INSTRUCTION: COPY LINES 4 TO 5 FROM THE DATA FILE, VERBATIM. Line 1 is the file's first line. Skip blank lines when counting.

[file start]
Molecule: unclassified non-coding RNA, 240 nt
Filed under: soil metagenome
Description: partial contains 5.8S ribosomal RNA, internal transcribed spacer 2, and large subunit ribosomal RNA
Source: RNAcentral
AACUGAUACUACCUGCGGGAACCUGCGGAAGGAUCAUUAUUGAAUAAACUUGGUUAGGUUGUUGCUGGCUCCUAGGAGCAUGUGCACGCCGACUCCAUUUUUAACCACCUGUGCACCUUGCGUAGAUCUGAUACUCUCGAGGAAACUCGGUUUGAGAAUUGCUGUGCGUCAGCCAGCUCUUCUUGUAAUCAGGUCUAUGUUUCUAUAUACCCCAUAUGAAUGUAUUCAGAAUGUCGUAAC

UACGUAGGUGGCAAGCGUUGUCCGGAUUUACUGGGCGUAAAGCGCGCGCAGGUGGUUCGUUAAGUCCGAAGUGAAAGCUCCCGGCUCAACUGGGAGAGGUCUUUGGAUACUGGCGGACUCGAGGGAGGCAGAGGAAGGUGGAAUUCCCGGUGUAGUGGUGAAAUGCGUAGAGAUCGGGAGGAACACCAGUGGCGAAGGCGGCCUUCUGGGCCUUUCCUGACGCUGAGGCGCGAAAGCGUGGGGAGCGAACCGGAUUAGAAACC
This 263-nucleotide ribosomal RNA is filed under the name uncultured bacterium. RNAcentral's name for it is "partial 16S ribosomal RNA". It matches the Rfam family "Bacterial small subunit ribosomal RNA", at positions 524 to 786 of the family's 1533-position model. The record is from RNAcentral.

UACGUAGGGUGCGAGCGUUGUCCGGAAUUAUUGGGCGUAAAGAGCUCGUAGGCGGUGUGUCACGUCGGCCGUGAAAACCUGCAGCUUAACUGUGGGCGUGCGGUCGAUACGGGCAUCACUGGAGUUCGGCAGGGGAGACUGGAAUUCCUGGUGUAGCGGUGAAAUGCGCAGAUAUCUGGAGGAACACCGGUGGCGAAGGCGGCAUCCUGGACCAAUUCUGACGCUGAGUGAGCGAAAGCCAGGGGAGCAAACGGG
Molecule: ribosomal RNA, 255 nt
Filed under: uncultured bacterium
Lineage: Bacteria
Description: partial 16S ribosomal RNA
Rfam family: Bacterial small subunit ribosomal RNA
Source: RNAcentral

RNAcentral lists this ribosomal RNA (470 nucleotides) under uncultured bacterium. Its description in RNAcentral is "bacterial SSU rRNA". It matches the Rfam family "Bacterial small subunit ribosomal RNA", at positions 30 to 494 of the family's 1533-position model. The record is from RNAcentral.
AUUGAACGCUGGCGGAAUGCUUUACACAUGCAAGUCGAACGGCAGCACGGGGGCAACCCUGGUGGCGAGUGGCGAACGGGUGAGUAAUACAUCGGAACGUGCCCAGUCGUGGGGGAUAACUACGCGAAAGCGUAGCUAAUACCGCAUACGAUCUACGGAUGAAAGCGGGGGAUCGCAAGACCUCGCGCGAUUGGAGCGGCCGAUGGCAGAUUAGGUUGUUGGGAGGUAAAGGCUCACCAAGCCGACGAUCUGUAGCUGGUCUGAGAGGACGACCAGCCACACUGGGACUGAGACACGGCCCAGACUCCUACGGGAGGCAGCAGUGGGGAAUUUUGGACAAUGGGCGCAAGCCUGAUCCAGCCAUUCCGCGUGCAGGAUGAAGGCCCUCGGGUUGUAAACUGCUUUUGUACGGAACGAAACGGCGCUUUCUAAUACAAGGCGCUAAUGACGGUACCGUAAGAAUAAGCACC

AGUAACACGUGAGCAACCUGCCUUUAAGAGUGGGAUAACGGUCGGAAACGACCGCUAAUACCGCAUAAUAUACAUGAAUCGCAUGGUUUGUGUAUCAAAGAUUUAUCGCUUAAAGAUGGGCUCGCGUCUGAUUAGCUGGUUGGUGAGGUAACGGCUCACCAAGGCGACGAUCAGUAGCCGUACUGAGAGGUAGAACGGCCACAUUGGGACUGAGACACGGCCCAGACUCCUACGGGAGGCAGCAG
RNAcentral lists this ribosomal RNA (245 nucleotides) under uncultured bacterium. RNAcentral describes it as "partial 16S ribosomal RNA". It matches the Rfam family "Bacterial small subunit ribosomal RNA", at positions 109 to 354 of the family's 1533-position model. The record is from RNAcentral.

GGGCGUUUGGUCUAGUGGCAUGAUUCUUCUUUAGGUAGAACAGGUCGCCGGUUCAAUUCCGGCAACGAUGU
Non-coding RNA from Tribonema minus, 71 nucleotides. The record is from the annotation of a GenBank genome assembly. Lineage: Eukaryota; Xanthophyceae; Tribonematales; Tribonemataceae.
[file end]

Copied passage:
Source: RNAcentral
AACUGAUACUACCUGCGGGAACCUGCGGAAGGAUCAUUAUUGAAUAAACUUGGUUAGGUUGUUGCUGGCUCCUAGGAGCAUGUGCACGCCGACUCCAUUUUUAACCACCUGUGCACCUUGCGUAGAUCUGAUACUCUCGAGGAAACUCGGUUUGAGAAUUGCUGUGCGUCAGCCAGCUCUUCUUGUAAUCAGGUCUAUGUUUCUAUAUACCCCAUAUGAAUGUAUUCAGAAUGUCGUAAC